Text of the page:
Ossuary the real thing?

One York professor waded into a debate this weekend over the authenticity of the ossuary and whether it contains the bones of James, brother of Jesus, reports The Globe and Mail Nov. 25. There is no clear consensus on the issue, or even on whether the inscription is wholly genuine on the limestone coffin, now on display at the Royal Ontario Museum. Detailed analysis of the script leads some epigraphers to think it probable that the second, less formal half of the inscription was carved by a different hand and at a different time than the first half. If that’s the case, as York Prof. Steve Mason, Canada Research Chair in Cultural Identity and Interaction in the Greco-Roman World, said, “All bets [as to its being the James] are off.” Mason, was one of five international scholars speaking about the ossuary at a public session during the annual meetings of the American Academy of Religion (AAR) and The Society of Biblical Literature.

Subway line to York next?

The unveiling of the new Sheppard subway line last Friday, produced a flurry of stories and editorials speculating about future expansion. The Toronto Sun Nov. 23 quotes Toronto Transit Commission Chief General Manager Rick Ducharme saying TTC commissioners have identified the extensions of the Sheppard line to the Scarborough Town Centre and the Spadina line to York University as priorities for subway expansion. In a Nov. 25 story, the Sun quotes TTC Chair Betty Disero responding to critics who have dubbed the new line the subway to nowhere. “It’s a subway to our future,” she said…. “We got permission and money to build to Don Mills. And now we have to keep trying to extend it to Scarborough in the east and, hopefully, even to York University in the west.”

A Toronto Star editorial Nov. 25 said the TTC itself has done all the planning needed to complete the Sheppard line by extending it east to the Scarborough Town Centre and building the Spadina line north to York University, then asks “So where is the ambition and vision of our leaders today? Instead of decisions, we get political wheel-spinning and endless studies.” In a story about the plans for expansion, the Star says Ducharme is reluctant to talk about new rails and tunnels in Toronto. He’s more committed to keeping the system running, the newspaper said. Star columnist Royson James estimated in a Nov. 25 story on transit woes that it would take 10 years and $2.1 billion to complete seven stations over eight kilometres to Scarborough Town Centre and $1.4 billion for four stations from Downsview to York. “Combined, it would be the year 2016 before they are ready. That is, if construction began today.”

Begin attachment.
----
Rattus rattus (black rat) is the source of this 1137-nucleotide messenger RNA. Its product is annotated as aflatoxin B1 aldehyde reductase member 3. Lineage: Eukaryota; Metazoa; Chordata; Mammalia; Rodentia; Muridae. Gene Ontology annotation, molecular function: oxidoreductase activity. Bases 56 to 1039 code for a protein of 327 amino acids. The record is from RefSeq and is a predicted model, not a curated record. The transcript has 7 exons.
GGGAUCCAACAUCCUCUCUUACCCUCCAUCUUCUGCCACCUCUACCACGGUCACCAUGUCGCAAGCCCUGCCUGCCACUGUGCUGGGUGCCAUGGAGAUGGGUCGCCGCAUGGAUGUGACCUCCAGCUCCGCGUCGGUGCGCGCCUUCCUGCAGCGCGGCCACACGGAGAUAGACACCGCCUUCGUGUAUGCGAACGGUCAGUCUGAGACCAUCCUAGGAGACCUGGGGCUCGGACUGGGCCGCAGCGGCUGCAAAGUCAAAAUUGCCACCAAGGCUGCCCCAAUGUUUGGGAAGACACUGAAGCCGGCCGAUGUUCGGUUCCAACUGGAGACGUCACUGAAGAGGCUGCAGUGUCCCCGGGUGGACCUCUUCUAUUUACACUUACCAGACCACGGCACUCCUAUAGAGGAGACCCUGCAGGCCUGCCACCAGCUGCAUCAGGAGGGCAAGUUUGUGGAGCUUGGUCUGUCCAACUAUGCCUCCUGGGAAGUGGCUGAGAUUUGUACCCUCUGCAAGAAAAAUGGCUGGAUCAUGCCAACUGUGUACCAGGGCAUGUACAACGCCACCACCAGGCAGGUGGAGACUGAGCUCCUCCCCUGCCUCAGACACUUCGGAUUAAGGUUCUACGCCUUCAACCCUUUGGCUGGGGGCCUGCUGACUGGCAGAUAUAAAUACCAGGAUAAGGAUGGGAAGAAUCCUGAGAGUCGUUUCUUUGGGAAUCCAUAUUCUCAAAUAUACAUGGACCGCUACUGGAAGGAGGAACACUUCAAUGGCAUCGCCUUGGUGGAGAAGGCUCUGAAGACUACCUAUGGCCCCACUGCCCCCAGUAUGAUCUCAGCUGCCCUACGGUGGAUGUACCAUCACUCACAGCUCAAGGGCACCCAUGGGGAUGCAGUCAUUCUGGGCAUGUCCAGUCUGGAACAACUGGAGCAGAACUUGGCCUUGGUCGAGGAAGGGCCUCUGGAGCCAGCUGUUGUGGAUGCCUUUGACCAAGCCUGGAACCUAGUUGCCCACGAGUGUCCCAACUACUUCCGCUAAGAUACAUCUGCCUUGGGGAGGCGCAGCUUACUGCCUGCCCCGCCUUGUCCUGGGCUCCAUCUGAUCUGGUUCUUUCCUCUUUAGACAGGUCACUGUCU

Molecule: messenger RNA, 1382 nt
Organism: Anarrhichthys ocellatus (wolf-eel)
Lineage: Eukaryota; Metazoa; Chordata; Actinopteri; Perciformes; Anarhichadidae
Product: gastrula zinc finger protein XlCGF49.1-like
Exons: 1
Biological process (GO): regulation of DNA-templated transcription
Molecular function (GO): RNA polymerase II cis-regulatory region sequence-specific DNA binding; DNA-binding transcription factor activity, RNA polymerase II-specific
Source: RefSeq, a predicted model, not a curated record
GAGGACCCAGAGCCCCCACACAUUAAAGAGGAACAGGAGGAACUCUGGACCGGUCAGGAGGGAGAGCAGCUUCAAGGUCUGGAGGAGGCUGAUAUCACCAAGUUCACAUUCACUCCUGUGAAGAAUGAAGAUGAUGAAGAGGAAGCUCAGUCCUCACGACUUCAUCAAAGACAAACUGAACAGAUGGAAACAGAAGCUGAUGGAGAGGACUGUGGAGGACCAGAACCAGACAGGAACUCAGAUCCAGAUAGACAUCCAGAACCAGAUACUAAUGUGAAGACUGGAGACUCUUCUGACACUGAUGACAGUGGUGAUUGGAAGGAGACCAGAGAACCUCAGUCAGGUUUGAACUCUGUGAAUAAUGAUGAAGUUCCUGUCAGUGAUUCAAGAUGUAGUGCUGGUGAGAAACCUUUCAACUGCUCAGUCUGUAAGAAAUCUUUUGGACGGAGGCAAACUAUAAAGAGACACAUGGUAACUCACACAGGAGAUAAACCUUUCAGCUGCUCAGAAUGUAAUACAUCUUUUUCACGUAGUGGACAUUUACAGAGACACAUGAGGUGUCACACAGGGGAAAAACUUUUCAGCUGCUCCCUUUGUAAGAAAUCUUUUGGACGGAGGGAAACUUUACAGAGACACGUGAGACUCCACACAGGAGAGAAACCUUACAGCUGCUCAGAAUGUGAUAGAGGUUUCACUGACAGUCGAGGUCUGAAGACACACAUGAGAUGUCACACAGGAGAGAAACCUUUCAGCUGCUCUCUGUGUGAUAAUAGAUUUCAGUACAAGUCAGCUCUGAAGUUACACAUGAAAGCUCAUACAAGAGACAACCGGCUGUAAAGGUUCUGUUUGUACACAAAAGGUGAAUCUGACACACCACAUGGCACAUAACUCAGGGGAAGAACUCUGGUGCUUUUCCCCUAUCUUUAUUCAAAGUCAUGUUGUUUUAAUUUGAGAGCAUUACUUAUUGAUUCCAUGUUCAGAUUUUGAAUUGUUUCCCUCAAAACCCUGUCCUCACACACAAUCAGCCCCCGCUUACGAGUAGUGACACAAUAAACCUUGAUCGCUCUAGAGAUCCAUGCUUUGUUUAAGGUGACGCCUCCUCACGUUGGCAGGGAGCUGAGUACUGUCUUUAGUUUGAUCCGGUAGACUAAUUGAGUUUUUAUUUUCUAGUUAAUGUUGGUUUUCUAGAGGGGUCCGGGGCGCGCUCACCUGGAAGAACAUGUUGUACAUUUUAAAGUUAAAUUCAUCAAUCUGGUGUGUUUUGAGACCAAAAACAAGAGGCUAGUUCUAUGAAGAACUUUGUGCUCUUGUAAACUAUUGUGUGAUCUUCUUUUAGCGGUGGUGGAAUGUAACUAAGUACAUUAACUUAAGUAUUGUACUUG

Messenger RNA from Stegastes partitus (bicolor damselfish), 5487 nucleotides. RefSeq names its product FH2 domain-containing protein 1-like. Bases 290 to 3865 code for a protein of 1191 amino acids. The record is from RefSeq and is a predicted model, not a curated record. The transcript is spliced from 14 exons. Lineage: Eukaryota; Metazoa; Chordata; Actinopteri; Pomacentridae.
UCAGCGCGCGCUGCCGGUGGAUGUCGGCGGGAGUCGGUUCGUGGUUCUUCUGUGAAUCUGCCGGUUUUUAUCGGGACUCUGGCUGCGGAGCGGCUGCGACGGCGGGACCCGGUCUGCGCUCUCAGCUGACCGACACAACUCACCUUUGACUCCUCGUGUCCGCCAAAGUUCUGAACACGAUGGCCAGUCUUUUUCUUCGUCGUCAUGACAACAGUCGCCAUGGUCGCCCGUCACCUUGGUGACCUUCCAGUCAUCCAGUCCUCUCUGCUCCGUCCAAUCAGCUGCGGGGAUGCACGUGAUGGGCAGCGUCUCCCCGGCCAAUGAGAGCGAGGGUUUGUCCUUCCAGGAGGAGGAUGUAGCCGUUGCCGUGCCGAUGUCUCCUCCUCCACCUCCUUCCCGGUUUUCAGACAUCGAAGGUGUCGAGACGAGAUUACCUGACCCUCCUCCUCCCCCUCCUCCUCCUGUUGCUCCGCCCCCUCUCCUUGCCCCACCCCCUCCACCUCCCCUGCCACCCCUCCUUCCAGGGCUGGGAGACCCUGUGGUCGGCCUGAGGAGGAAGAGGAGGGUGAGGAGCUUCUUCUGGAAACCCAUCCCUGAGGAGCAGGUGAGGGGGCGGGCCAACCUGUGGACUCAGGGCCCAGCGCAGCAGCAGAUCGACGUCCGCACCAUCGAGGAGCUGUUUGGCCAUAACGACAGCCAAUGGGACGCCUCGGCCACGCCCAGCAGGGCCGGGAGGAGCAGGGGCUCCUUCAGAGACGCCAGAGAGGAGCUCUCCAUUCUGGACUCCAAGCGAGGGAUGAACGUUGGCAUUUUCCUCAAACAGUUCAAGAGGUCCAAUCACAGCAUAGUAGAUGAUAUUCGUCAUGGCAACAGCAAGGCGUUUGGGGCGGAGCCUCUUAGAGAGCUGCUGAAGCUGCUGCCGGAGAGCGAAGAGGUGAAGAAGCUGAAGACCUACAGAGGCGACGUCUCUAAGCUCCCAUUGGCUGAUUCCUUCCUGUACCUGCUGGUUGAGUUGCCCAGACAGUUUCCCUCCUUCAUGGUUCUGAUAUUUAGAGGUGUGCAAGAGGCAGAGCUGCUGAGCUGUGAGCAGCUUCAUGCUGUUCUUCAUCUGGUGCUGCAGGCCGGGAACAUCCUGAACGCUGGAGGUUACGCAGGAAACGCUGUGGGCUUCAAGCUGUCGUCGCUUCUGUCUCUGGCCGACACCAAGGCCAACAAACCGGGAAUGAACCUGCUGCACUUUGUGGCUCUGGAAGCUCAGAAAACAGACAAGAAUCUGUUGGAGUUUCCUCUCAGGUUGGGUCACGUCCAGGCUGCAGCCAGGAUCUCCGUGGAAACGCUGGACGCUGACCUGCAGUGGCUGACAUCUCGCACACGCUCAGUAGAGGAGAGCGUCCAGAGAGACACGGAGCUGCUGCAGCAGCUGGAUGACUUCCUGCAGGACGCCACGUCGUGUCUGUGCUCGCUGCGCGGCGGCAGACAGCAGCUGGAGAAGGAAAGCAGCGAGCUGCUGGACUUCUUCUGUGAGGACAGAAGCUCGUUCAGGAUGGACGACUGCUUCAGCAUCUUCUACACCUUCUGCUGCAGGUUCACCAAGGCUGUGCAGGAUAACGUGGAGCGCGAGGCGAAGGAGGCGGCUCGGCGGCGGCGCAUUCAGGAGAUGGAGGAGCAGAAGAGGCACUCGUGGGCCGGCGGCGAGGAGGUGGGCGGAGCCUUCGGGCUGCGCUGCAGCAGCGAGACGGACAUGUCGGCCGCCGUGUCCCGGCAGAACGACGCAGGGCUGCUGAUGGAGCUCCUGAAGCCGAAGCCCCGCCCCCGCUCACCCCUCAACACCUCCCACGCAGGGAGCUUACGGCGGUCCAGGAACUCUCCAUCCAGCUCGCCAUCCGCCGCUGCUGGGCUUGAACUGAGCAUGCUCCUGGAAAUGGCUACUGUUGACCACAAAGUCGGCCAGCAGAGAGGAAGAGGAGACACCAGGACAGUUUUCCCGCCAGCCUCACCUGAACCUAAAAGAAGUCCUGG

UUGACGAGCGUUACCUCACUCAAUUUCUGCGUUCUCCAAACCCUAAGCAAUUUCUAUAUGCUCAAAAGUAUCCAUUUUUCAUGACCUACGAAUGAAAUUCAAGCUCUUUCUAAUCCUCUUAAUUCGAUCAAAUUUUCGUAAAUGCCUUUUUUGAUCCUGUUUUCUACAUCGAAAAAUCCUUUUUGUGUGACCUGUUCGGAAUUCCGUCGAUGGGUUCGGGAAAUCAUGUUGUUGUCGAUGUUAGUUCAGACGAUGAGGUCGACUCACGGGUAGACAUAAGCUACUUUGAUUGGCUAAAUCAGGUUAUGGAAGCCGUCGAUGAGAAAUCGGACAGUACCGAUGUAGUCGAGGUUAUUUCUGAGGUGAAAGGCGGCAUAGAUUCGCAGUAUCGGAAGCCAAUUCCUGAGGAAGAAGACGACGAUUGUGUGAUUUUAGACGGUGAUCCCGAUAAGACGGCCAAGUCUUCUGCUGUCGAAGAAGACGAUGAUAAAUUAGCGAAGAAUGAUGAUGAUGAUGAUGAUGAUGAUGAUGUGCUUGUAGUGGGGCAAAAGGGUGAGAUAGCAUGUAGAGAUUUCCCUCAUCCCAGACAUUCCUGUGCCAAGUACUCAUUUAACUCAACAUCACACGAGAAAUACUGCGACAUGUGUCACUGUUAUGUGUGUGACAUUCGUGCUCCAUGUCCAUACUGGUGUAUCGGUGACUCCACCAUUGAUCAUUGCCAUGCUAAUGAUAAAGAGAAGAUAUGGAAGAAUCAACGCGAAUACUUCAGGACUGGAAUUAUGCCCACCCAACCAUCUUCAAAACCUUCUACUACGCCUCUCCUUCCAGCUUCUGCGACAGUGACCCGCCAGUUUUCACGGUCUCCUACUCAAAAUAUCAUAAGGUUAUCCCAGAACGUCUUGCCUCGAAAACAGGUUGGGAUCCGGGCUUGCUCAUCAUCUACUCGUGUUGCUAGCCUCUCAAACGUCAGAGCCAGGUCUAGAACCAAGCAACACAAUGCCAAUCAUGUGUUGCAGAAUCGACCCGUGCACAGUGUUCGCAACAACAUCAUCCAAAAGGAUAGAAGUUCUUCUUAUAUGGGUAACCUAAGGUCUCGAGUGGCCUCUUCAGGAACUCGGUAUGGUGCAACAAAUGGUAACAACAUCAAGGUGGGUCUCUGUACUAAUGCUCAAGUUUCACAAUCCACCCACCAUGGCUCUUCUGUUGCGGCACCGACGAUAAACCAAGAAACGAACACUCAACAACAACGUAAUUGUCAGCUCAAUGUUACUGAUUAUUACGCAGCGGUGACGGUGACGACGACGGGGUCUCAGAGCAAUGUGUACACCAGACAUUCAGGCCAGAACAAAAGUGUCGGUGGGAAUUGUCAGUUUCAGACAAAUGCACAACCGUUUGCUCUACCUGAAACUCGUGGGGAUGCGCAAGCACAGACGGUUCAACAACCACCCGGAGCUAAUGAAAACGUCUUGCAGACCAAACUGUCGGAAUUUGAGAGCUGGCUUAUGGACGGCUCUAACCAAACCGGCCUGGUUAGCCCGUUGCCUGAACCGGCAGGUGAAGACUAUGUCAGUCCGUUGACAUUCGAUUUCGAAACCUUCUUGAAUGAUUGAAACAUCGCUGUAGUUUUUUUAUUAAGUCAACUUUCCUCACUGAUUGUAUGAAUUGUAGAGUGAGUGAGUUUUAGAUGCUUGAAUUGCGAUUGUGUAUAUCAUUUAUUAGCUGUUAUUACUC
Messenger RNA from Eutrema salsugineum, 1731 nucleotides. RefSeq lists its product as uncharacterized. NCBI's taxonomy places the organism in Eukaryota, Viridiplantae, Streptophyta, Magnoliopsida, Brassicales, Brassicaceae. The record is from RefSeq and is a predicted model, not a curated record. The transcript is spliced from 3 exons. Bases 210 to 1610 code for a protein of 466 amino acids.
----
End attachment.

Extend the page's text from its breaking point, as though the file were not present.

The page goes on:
Give adoptees access to records: York survey

In the wake of the Nova Scotia government’s withdrawal from proposed amendments allowing adopted children who have grown up to more open access to adoption records, The Daily News (Halifax) Nov. 24 cites a survey done by York’s Institute for Social Research in 2000 that shows the most Canadians believe that once adopted children reach adulthood, they should be able to find out who their biological parents were without the consent of their adoptive parents or biological parents.

Distinguishing real threats from harmless rants

“One of the legacies of 9/11 has been a barrage of warnings and alerts of varying colours,” writes Alan Young, Osgoode Hall Law School professor and criminal lawyer, in his Nov. 24 Toronto Star column “Body and Soul.” “To avoid future claims of incompetence and myopia, the authorities now choose to warn us about ‘spectacular’ attacks designed to cripple the Western world…. We hear daily about Internet ‘chatter’ in which terrorists are planning some spectacular onslaught…. This constant chatter is the terrorists’ version of the boy who cried wolf, and after a sufficient number of false warnings, we will all become blind to the wolves whether or not they are disguised in sheep’s clothing.”